Tag Archives: betty truax
Chelone, (it rhymes with phony and baloney) is a native member of the figwort family. It is more commonly known as turtlehead. It's not hard to figure out how it got its common name; those blooms shaped like turtleheads are so adorable that even someone who is not a fan of turtles can’t resist them. They remind me of kids running around in the rain with their tongues sticking out to catch the droplets. Chelone was a nymph in Greek mythology that offended the gods by not attending the wedding of Zeus to Hera. To punish her, they turned her into a turtle. Continue reading
The Teaching Garden at the Benedictine Monastery in Bristow, Va., is maintained by Master Gardeners of Prince William County. In this garden, Master Gardeners grow fresh produce for the Plant a Row for the Hungry project. It is also where they teach others how to grow vegetables, practice low-maintenance gardening techniques and demonstrate plants that grow well locally. Continue reading
Warning: Bloodroot can be extremely toxic, even fatal.
I'm not going to discuss the medical uses for bloodroot. There is plenty of information on the web (and from professional herbalists, which I certainly am not) explaining its benefits and dangers. Just let me say do your research very well. Also, consider pets and children before planting it in your landscape. As beautiful as this plant is, it is not worth risking loved ones’ health or possibly even lives. Continue reading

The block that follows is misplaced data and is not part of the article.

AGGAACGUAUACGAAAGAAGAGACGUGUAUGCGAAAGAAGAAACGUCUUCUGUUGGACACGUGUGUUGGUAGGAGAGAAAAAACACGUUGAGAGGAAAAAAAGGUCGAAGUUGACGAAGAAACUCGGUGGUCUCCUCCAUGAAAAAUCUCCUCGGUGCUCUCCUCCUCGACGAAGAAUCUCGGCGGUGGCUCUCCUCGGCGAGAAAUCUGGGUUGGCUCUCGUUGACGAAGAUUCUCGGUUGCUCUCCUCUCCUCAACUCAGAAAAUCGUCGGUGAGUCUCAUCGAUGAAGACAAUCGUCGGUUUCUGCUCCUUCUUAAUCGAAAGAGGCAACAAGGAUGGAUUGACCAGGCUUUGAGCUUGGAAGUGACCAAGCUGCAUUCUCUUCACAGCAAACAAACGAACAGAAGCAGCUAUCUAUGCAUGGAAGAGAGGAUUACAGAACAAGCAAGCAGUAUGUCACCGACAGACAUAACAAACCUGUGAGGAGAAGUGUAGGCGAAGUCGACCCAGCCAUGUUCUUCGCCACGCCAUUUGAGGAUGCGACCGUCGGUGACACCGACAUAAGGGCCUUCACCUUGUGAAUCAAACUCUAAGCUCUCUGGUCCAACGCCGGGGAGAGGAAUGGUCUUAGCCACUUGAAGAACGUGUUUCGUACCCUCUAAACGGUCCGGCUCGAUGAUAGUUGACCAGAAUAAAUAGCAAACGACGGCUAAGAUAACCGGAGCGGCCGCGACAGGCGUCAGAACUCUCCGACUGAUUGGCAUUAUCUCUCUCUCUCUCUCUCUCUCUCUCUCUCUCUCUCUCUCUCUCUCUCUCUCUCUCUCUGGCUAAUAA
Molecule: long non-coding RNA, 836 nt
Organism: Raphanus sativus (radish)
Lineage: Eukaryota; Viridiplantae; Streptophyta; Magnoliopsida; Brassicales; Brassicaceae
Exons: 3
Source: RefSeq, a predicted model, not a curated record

My favorite shrub is oakleaf hydrangea, Hydrangea quercifolia (querci- oak, and folia - leaf). This native plant ranges from Tennessee to Florida and west to the Mississippi River. In Virginia, we are a bit north of its native range but it grows very well here. It grows naturally in forests, along streams and on forested hillsides. Continue reading
Iris is one of my favorite perennial genera consisting of over 300 species. When growing iris it is important to determine the species. Some like sun others like shade and some want wet. Others can't tolerate wet feet at all. They can be 4 inches or they can grow to be over 3 feet tall. Continue reading
A few years ago my husband and I moved to a lakefront property that had lawn growing down to the water's edge. I immediately started researching putting in a riparian buffer (I always think of Hyacinth from the britcom "Keeping Up Appearances" touting her "riparian buffet" when I hear that phrase). Continue reading